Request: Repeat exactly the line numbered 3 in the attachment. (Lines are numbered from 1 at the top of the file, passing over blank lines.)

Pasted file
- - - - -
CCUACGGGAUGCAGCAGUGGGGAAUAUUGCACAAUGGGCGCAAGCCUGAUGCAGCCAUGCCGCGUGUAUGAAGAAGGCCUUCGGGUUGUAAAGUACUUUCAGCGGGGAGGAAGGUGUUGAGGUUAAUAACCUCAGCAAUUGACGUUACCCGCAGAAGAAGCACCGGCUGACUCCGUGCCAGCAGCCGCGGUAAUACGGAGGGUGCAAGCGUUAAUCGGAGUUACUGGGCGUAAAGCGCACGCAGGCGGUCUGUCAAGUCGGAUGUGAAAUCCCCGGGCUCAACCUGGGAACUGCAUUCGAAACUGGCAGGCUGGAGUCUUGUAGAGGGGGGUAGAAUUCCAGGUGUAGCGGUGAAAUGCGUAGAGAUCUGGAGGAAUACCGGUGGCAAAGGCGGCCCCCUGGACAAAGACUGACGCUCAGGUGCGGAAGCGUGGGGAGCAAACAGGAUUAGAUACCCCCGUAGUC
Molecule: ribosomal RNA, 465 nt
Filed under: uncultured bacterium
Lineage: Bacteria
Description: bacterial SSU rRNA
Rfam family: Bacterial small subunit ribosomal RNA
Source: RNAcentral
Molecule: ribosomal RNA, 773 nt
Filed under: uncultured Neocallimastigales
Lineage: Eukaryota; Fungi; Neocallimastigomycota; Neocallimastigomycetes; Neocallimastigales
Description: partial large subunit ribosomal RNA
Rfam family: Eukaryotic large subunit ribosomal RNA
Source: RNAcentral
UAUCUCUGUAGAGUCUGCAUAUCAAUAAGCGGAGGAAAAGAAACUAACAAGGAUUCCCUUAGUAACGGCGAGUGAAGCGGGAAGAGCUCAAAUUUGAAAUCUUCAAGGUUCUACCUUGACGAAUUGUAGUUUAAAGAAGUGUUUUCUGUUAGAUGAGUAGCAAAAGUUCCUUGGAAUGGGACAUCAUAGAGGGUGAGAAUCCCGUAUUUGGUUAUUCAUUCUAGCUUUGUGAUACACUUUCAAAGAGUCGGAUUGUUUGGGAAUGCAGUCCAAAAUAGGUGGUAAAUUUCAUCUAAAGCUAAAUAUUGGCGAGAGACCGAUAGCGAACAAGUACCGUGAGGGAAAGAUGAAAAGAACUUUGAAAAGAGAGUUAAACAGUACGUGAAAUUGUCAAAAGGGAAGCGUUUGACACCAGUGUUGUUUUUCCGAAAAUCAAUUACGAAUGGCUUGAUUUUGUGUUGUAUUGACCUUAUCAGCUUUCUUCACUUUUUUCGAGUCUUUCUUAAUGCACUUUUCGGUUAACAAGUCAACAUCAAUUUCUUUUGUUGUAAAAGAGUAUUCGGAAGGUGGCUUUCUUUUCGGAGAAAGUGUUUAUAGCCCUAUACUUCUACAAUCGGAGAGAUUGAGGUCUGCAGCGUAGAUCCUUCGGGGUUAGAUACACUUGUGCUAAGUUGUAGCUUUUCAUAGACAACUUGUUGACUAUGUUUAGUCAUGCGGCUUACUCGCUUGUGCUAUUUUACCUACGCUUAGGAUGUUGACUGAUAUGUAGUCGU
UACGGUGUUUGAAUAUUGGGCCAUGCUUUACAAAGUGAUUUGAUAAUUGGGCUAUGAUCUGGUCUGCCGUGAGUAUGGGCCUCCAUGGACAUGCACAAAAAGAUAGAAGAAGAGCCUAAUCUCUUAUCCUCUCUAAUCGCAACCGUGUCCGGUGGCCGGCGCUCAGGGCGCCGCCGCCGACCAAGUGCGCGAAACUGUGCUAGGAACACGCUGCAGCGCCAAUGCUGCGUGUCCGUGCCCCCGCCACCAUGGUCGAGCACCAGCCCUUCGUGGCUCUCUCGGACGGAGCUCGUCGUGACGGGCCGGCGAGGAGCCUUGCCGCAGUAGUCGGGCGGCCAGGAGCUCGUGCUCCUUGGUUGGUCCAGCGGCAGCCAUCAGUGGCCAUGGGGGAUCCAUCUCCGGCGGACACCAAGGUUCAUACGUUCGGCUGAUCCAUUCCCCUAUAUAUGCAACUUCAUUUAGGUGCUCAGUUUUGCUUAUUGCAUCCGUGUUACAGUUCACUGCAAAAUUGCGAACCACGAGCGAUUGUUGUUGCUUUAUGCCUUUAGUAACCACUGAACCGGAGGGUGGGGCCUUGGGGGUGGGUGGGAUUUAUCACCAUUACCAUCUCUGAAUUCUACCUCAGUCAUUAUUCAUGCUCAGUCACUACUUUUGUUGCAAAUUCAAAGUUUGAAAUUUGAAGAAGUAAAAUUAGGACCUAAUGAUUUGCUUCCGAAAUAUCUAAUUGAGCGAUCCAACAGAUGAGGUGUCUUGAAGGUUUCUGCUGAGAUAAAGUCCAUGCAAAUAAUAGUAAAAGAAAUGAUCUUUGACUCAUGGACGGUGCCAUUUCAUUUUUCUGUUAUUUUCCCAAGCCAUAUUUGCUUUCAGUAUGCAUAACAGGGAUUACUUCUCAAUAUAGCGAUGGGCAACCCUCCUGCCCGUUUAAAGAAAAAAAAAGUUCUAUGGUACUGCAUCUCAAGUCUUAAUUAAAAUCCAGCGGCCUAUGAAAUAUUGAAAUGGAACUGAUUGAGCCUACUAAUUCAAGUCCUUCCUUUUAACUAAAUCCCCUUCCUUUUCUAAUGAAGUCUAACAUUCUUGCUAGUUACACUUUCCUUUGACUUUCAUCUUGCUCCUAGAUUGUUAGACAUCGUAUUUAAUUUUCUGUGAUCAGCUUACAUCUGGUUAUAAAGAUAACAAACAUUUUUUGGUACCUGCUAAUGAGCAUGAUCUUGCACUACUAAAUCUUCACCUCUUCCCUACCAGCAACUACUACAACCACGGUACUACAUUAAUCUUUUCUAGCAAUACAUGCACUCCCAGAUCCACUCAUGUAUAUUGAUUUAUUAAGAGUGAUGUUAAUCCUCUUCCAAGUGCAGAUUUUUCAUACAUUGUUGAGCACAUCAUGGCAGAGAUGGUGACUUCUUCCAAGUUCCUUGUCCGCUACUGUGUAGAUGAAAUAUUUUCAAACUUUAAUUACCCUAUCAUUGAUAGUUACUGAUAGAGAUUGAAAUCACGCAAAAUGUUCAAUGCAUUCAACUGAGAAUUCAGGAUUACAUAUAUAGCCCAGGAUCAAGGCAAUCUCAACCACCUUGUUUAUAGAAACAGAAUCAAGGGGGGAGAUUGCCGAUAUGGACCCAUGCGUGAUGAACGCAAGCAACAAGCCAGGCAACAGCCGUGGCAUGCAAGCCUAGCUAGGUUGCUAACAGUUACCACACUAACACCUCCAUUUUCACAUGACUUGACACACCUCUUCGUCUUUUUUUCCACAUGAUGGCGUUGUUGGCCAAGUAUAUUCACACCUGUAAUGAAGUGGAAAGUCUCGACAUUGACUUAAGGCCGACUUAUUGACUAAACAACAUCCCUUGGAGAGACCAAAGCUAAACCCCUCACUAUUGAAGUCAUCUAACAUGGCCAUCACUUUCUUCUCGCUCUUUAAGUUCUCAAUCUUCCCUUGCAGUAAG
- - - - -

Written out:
Filed under: uncultured bacterium